We’ve been celebrating heroes this month at our LibraryPlus. As many of you know, I love to scrapbook – paper, scissors and glue for adults. I decided to make up a ANZAC / Heroes scrapbooking kit for our customers to try as part of our ANZAC events. Lats week a few ladies gave it a try at Patea and tomorrow they’ll be doing the same in Waverley. We had a wide range of ages and abilities in Patea that morning and they all did so well; going home with a finished page they could be proud of.
This is the basic layout they made. Each brought along a photo for us to copy for them, and we handed them a kit with a page of step by step instructions. The packs are random colours, but all pre-coordinated so they just have to put it all together. This is my Dad, in 1945, as a young man in the Navy.
This year I entered Dale Copeland’s International Collage Exchange after a break for a couple of years. You send off collages, Dale does a huge amount of work to swap them round, and you get a package of collages back (bit more to it than that, but anyway…). I opened my package, looked at one of the collages, and went “Oh my god, I don’t believe it!”. I was 99% sure straight away that the work in front of me had been done by Carol Staub, an artist whose work I have admired for years. And I was right! So excited. So grateful. The image below is not the one I received, it’s the one that was for sale on the Virtual Tart site, but shows the style of work.
Just. So. Happy.
Last night was one of those nights where all I wanted to do was paint – not sleep, work, or whatever – just create something. Turns out it was the full moon. Along with many other creatives, I suffer from “full-moon-itis”! About 10pm I gave in and opened a packet of A4 size Hahnemuhle watercolour paper. The 300gsm is heavy enough that I can work on it without needing to stretch it; perfect for doing mixed media at my desk, and it’s a lovely surface to work on.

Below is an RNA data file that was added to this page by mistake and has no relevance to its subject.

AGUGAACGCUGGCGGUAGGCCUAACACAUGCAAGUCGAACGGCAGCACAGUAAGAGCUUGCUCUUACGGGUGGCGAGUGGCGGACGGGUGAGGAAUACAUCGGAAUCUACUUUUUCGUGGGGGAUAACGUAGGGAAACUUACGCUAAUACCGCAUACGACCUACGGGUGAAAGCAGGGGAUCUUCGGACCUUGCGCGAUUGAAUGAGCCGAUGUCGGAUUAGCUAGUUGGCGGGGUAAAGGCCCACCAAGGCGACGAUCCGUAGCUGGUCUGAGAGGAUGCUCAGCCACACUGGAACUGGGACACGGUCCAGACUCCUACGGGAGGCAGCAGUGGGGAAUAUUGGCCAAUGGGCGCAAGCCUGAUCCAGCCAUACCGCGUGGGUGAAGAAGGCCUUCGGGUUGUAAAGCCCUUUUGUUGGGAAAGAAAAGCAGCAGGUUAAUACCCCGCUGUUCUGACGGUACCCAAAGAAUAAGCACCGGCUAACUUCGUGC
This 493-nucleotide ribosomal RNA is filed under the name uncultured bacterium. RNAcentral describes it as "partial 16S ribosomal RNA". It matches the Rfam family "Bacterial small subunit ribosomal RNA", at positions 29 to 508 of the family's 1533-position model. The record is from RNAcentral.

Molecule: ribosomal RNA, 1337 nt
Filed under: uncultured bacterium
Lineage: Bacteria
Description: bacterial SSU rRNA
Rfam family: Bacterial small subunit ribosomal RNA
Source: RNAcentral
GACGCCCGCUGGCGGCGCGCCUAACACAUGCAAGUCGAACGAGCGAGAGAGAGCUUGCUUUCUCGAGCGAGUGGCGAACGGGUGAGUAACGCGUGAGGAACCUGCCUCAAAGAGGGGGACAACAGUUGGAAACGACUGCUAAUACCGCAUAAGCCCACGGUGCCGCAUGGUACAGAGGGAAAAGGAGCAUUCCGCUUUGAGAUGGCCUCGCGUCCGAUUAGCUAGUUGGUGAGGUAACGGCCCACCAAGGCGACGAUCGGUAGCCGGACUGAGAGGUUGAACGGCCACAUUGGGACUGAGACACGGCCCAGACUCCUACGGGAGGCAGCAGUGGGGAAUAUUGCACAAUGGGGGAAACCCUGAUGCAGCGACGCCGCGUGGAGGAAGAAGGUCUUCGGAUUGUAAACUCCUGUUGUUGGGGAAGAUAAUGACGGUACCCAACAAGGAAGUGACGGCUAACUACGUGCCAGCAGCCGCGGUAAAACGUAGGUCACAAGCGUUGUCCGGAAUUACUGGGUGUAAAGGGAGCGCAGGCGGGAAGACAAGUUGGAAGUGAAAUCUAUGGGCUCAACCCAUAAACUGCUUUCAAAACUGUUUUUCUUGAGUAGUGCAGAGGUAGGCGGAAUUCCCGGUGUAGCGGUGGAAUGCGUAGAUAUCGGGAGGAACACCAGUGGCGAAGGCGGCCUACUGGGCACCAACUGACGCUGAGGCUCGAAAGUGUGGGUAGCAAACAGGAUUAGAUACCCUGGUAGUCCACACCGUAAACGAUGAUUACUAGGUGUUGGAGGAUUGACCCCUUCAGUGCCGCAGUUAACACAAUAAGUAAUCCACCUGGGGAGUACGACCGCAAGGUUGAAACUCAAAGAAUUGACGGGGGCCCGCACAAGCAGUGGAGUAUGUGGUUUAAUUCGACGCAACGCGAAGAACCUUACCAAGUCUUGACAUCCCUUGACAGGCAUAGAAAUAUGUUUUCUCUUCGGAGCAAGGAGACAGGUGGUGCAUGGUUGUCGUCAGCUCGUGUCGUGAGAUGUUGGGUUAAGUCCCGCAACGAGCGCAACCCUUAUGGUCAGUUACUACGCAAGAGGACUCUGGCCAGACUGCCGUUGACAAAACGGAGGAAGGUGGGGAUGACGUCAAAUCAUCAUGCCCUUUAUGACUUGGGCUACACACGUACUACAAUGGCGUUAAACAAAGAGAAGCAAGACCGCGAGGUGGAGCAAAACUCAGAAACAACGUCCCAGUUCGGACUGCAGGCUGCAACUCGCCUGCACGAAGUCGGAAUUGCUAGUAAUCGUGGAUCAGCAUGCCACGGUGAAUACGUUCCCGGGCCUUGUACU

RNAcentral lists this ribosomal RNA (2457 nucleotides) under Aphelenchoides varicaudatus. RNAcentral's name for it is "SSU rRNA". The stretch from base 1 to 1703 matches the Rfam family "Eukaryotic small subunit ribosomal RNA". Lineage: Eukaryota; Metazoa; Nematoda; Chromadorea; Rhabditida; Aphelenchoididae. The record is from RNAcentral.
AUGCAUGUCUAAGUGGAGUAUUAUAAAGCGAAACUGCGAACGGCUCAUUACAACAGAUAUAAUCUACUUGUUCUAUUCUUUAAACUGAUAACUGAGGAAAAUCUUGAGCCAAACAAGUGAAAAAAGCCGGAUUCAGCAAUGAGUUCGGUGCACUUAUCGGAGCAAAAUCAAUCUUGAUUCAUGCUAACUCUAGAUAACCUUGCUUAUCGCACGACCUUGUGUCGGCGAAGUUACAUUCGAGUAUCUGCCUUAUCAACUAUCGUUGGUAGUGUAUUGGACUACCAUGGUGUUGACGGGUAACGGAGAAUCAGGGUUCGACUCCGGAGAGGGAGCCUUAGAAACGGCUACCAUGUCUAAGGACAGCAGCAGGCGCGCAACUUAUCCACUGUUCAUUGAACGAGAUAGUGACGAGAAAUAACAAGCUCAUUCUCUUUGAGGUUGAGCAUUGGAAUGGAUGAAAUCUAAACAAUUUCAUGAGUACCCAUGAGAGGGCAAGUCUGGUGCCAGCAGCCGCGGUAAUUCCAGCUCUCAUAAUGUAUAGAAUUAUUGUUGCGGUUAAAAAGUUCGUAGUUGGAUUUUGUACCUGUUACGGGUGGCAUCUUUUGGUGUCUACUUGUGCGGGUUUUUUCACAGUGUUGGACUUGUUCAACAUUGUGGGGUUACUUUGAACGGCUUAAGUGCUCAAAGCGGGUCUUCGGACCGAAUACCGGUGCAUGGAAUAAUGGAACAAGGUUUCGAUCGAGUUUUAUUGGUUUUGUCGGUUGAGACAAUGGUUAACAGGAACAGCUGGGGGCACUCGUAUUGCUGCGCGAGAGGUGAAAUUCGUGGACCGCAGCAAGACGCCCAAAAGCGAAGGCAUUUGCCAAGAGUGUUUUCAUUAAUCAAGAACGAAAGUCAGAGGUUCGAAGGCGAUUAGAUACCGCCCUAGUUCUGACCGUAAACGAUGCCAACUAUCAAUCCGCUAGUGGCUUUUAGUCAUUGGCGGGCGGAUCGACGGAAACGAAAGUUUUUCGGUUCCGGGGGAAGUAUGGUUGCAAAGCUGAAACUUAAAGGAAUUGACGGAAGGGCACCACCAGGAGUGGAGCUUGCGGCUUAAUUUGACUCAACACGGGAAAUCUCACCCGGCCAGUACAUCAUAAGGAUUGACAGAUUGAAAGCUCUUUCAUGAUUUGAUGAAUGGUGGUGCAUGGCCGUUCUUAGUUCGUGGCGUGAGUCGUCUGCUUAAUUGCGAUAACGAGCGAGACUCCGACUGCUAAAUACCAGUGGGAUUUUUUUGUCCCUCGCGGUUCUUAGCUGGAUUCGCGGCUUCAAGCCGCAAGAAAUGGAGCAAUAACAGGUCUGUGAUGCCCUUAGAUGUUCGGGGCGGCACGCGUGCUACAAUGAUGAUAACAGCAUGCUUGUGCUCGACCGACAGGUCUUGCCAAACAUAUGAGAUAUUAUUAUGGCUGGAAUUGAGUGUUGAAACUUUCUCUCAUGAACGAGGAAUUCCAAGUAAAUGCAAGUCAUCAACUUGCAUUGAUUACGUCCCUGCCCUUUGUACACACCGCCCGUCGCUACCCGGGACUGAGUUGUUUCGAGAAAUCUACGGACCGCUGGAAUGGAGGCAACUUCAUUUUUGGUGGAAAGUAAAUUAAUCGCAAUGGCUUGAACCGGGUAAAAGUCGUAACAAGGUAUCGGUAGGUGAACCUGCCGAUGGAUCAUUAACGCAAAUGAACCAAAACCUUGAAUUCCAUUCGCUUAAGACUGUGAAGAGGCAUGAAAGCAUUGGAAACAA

I have done a lot of works inspired by the old Patea Freezing Works over the last few years, and since going to Italy in 2010 I’ve also done a lot of works that involve poppies. Last night I combined the two and depicted the freezing works site regenerating, with poppies growing where the land has been disturbed, just like in Cassino, Italy. I kept one derelict building at the far right, and a few ‘ghost’ buildings along the horizon, where they still exist in my memory. I used Golden airbrush acrylics, a super fine Sharpie pen, Faber Castell aquarelle sticks and Caran D’Ache Neocolors, then added text in Photoshop.
I’ve been doing the Crusades off and on for years now. Michelle has enriched our lives in so many ways; thank you so much. The sense of community is huge. Michelle’s taking a well earned break. So this is my final Crusades entry for a while – the writing says it all for me. By the way, the challenge was to “show restraint” – to leave some space and let the work breath.